“Fruit” is the apostle Paul’s metaphor for what Christians ought to be producing in our lives. The fruit stands in sharp contrast to attitudes and behaviors that most often lead to the destruction of healthy relationships and also tend to damage our own psyches. Yet the list of fruit doesn’t appear to be very electrifying; there’s no emphasis here on miracles or flashy signs of any sort. In fact, there is much here that all people, even non-Christians would admire. But Paul is clear that these virtues flow from the Holy Spirit of God. Evidence of the presence of God’s Spirit among the Christian community include such virtues that are easy to pronounce and define but difficult to practice.

Although this list seems simple and even somewhat unexciting for some Christians, I maintain that the practice and growth in such virtues is critically important. We need to keep reflecting on this list, especially in our politicized culture with its highly contentious issues. We’ve all seen the war of words on social media between people claiming to be brothers and sisters in the faith. At times it can be quite disheartening.

I recently came across this blog post, exploring why Christians “don’t play nice.” The author deals with how Christians can disagree on such tough topics that face us today by emphasizing love, which happens to be the first on the list of fruit of the Spirit.

I suggest that all these virtues need to be at the center of our community’s life, like a bowl of fruit as the centerpiece on the table–visible for all to see. To that end I am starting a new sermon series on May 12 on the Fruit of the Spirit at my church, Sanctuary Covenant Church. My hope is that we can encourage each other to put ourselves in the best environment so that we can allow the Holy Spirit to make our lives more fruitful. Just as fruit trees grow not by their own effort, but by being in the right environment (e.g., with light, nutrients, water), Christians can see fruit grow in our lives not simply by trying harder (a recipe for failure), but by putting ourselves in the right environment so that God will bring about growth. It’s that environment, among other things, that I want to examine in my sermon series.

Hopefully, as we mature in our faith, we will be more known for the fruit of the Spirit in our lives than for what we don’t like about the culture. After all, a fruit-filled center is delicious.

My wife Susan and I went to see 42 a few days ago. I confess that I am neither a baseball aficionado nor expert on the life of Jackie Robinson, but having been an avid baseball fan as a kid, I very much enjoyed watching the story. And as an African American, I was moved while being let to reflect on a time in history not too much before my time, and certainly during the time of my parents.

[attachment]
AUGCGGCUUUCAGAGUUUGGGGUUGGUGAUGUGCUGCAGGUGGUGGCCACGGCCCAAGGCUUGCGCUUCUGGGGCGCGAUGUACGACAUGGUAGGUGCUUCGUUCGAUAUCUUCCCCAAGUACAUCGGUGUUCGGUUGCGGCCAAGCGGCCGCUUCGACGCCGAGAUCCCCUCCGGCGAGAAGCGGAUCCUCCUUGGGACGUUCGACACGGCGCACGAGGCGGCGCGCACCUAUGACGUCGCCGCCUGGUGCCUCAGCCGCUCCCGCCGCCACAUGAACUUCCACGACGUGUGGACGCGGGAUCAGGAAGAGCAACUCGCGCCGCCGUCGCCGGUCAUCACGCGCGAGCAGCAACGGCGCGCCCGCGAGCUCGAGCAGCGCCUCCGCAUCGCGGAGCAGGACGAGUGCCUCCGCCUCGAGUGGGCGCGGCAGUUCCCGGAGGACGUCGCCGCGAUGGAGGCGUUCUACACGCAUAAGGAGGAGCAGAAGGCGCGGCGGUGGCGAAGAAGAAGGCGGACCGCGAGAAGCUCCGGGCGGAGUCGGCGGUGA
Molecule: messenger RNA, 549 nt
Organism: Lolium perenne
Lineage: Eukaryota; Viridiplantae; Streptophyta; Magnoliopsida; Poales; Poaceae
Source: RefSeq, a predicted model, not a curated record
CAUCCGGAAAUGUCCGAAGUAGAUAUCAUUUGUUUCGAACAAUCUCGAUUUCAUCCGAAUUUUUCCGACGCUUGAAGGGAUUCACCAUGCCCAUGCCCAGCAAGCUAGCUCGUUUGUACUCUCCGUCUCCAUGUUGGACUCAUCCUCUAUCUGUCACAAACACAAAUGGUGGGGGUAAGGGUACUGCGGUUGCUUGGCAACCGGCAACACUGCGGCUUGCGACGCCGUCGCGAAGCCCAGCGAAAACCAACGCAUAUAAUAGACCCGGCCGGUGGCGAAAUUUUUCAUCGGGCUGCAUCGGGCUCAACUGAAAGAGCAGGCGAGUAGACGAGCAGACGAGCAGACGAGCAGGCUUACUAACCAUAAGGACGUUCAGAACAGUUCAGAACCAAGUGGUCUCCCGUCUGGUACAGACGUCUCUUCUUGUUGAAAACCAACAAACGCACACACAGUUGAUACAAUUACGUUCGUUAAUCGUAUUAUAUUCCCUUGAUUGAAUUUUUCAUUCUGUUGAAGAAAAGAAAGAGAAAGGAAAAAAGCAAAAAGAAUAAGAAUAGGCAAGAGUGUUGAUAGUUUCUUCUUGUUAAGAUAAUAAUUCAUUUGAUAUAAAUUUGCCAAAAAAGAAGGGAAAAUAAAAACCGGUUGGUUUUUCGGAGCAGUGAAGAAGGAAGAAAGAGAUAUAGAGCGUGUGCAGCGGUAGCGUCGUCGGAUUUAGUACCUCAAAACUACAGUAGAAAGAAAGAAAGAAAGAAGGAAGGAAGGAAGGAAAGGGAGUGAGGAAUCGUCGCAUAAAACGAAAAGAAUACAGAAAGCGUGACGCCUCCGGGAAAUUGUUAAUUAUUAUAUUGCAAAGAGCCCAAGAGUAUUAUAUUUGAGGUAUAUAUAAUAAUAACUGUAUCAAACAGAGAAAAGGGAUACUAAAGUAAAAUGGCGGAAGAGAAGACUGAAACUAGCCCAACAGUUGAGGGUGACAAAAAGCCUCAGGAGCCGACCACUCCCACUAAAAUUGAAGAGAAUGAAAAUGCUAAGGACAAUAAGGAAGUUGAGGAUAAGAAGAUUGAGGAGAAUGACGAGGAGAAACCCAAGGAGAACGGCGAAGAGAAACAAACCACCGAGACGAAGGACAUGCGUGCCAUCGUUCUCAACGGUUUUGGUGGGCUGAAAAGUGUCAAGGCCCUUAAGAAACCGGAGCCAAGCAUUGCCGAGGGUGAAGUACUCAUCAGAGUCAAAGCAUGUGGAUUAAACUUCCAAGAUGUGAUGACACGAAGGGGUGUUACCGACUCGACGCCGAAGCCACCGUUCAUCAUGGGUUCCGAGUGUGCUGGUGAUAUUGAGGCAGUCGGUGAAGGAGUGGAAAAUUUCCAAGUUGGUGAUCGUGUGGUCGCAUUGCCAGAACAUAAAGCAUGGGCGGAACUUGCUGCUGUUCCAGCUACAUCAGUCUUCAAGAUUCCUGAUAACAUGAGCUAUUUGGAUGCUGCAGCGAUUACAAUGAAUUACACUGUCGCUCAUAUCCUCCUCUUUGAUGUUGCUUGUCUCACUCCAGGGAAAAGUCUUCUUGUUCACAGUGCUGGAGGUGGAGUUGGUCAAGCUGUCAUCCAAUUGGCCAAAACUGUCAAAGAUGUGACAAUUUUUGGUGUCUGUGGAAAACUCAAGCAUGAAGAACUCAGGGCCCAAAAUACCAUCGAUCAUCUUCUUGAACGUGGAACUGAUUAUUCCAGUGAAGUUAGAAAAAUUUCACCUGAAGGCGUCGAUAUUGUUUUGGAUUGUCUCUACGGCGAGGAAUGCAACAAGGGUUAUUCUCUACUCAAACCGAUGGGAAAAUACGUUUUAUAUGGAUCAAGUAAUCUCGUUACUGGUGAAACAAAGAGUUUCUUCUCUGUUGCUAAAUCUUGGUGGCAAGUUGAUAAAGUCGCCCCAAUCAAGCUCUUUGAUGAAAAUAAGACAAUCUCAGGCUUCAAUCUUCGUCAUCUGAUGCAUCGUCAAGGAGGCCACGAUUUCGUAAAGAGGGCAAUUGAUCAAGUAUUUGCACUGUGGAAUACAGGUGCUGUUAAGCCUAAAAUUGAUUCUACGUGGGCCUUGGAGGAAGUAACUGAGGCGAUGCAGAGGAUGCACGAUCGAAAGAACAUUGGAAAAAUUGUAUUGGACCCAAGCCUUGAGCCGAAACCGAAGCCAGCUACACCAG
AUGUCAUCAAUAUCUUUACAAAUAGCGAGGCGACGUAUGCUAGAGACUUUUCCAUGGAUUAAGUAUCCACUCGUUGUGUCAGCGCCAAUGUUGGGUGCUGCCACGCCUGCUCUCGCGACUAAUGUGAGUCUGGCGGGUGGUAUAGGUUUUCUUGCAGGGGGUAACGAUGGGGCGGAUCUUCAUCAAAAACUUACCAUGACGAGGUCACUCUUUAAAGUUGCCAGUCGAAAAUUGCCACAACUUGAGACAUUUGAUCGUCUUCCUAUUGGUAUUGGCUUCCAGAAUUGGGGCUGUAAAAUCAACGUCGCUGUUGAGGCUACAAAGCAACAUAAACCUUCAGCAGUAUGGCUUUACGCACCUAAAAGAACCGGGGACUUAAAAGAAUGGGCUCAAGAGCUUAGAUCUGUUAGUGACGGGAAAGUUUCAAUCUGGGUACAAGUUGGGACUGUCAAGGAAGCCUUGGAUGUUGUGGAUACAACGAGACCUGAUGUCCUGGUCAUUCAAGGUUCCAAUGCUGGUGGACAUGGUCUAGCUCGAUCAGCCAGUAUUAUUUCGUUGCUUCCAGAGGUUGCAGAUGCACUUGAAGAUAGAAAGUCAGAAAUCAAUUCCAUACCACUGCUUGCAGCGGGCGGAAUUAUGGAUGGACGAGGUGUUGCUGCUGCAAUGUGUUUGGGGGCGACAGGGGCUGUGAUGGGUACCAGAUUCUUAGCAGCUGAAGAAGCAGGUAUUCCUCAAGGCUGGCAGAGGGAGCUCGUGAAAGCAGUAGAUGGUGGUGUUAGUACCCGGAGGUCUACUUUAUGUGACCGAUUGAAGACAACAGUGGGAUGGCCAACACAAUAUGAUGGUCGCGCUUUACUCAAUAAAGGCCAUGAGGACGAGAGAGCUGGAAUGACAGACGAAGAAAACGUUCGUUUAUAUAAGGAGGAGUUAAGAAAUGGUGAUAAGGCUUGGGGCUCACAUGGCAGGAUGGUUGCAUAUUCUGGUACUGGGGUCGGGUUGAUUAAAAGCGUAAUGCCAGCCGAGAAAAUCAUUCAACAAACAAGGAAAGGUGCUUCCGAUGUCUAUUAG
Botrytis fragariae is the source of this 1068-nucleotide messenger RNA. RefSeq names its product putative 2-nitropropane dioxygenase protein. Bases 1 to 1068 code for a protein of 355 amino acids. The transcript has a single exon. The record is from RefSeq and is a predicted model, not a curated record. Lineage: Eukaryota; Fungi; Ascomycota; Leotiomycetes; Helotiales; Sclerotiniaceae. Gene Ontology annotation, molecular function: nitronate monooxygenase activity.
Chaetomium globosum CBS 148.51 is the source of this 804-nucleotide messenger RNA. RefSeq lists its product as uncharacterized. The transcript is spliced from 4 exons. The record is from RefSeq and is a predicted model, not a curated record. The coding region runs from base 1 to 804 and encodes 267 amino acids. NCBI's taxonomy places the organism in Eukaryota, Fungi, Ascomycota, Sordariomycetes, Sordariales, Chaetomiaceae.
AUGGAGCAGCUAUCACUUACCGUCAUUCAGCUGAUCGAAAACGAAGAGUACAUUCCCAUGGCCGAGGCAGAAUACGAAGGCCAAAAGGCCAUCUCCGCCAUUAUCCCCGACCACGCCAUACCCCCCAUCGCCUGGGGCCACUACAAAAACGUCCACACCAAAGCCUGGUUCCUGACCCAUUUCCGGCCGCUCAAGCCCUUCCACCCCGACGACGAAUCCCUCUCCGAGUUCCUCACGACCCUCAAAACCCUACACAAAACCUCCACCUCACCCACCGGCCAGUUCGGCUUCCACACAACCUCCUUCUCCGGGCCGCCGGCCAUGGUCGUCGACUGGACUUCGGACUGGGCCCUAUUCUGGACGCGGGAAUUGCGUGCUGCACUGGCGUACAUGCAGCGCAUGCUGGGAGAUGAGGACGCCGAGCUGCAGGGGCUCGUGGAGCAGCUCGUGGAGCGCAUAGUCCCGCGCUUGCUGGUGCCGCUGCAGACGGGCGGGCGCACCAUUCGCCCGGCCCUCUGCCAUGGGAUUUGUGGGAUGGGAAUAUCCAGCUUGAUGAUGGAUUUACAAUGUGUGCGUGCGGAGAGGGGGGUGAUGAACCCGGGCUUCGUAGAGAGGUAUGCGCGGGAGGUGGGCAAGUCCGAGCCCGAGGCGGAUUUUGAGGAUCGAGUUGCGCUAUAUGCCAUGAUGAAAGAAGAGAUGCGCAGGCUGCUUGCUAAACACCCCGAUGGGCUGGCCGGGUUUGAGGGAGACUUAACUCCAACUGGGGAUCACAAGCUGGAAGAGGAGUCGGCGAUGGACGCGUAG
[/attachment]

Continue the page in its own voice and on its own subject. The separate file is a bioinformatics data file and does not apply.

The movie focused on Jackie Robinson’s transition from the Negro Leagues to the Brooklyn Dodgers. Jackie Robinson is a hero. I’m glad that his story continues to be told and that Major League Baseball will let no one else wear #42, except when all players simultaneously wear the number as a tribute to Jackie.

Several years ago, when I was a church-planting pastor in Brooklyn, NY, a friend was about to interview for a teaching position at The Jackie Robinson Middle School. He called me the night before and asked, “Dennis, who was Jackie Robinson?” Yes, it was years before the Internet, Google, etc, but it was still amazing that someone–especially someone living in Brooklyn–could not know who Jackie Robinson was! Yet, I am not totally naive; I do understand how such ignorance is possible.

But we cannot afford to ignore trailblazers, especially when it comes to truth and justice. The movie 42 illustrated why Jackie Robinson is a hero because of his attitude, along with his talent. Jackie Robinson’s displayed a true Christian attitude while under the heat of vicious racism. It was hard for anyone to miss–especially us pastors–the role that Christian faith played in the lives of Jackie Robinson and also Branch Rickey, the general manager and president of the Brooklyn Dodgers, who signed Robinson. According to this online biography, Branch Rickey’s religious faith “would become a distinguishing trait of his later baseball career.” In the movie, Harrison Ford’s Branch Rickey quoted Scripture, especially with reference to the ethics of Jesus. Notions such as “turning the other cheek” were tossed about in Rickey’s appeals to Robinson.

I suspect it is possible to have a cynical view and see in Rickey’s use of Scripture a similar dynamic as to what happened in the days of American slavery. In those days overseers selectively quoted Scripture to slaves: “Obey your master.” The goal of slave owners was to create a docility borne out of the perverse notion that God had ordained the roles of master and slave. Slave masters wanted strong bodies but weak minds. However, in the case of Branch Rickey’s use of the teachings of Jesus, the goal was not to create a docile Jackie Robinson. The goal was to help the talented young ballplayer to stay in baseball and lead a revolution. Jackie Robinson was not being taught to approve of any notions of white superiority, or to accept segregation or Jim Crow. Instead, he was being called to be like Jesus, who had the power to fight back on the same terms as his accusers, but chose a different way.